I received a digital copy of the book from the author.
In naming her chapbook Strange Furniture, Lannie Stabile has arrived at the perfect metaphor. Imagine your formative years as a recently vacated apartment; consider what odd relics might be left behind there, taking up space. What clues might they offer? What stories could they hold, and how could you weave them together into something cohesive and tangible? In this chap, the author gathers together these bit and pieces left behind in her head, and tries to make sense of them.
Lannie reflects on her childhood, and the impact it continues to have on her both physically and emotionally. The wisdom and distance of years sees her looking back with an understanding that takes her young desire for love and frames it in the context of codependence. Events take on a new meaning as she examines the choices made by others, and the impacts those choices had on her relationships with those people. In ‘A Lesson In Loving Your Mother’, she writes:
You will learn choosing a parade of clomping work boots and eager fists over a precocious child begging for four safe walls was just that: a choice.
There is a full range of familial connections held to the light; mother-daughter, father-daughter, brother-sister. The way these weave together to tint the adult perspective on relationships is poignant. The echoes into the future are presented in the actions deemed acceptable:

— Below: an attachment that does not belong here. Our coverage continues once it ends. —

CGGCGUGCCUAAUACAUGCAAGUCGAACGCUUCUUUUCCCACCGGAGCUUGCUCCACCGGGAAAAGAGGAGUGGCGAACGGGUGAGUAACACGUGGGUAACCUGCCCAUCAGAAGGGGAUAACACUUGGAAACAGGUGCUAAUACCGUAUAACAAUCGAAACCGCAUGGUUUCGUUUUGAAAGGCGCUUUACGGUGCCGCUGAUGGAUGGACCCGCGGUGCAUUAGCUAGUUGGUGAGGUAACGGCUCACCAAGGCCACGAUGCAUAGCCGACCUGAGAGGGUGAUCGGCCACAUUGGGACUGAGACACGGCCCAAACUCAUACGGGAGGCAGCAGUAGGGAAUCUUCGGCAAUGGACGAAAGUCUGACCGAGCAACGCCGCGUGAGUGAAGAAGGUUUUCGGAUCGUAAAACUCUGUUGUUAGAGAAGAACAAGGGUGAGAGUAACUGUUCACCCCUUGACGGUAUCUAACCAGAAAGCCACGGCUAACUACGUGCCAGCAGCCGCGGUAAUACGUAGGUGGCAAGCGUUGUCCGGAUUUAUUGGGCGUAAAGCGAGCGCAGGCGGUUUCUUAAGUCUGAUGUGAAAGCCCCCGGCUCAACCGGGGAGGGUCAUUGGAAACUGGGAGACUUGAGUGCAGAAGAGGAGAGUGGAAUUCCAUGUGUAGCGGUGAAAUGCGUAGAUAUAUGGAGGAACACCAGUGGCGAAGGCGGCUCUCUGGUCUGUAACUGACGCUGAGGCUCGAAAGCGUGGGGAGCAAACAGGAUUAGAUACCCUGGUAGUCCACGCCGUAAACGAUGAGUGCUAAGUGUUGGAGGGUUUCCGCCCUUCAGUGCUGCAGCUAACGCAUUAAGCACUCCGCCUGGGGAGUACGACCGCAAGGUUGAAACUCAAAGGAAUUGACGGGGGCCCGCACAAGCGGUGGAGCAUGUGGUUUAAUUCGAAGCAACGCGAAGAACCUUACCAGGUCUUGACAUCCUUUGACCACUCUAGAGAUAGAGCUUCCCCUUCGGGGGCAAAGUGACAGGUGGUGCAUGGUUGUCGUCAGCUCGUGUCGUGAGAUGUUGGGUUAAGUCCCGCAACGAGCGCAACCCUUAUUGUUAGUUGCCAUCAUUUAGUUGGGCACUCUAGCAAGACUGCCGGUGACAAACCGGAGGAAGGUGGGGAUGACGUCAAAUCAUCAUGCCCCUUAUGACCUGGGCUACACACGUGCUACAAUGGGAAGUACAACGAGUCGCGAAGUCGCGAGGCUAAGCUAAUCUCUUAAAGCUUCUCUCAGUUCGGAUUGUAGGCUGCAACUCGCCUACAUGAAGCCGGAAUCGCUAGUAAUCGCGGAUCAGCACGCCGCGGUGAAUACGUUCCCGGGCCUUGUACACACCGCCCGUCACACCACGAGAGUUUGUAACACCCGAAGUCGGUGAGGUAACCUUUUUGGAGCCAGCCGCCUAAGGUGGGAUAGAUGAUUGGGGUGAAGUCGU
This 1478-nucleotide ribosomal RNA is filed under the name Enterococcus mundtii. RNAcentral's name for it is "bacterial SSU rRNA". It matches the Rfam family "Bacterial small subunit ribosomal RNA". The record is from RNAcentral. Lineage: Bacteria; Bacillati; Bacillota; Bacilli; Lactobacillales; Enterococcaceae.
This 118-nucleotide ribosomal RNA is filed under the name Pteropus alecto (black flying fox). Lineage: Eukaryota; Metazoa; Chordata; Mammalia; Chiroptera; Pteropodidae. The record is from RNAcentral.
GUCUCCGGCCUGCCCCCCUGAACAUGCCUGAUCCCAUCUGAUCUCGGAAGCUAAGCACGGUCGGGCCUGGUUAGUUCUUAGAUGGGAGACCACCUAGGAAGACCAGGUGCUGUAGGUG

i became so skilled at self-deprecation. i would sling vicious jokes before anyone else could.
Each moment is carefully selected to demonstrate a cause and effect. And while there is darkness, there are also flashes of beauty. The difficult but enduring love between siblings is rendered sweetly in ‘On Pennsylvania Road’, and there is a suggestion in the final poem that a kind of peace is not completely beyond reach. There is also a yearning here, a strong sense of grief for what wasn’t.
Stabile works pleasingly with form, keeping the book fresh throughout with a mix of prose poetry and more structured works. Of particular note is the way she offsets single words from the body of a poem, in order to highlight an underlying message. Examples of this include ‘The Birch Is Too Proud’ and ‘Childhood Economics’, which is even more effective due to the use of hyphenated words in a form of enjambment. The titular poem is visually striking in its white space and symmetry, and the knowledge that Lannie’s use of form is so intentional has the reader poring over the words, looking for the hidden secrets. This helps the book stand up well to repeated readings; it’s easy to go back again and again, looking at the different ways the poems link together.
Lannie Stabile has created a comprehensive narrative about family, grief, anger, and how these things shape our world views. Strange Furniture serves as a reminder that while these worn, mismatched fragments remain in the rooms of our minds, we can re-examine them, shift them around, and eventually come to an arrangement we can live in.
Strange Furniture releases August 2020 and is available for pre-order now from Neon Hemlock.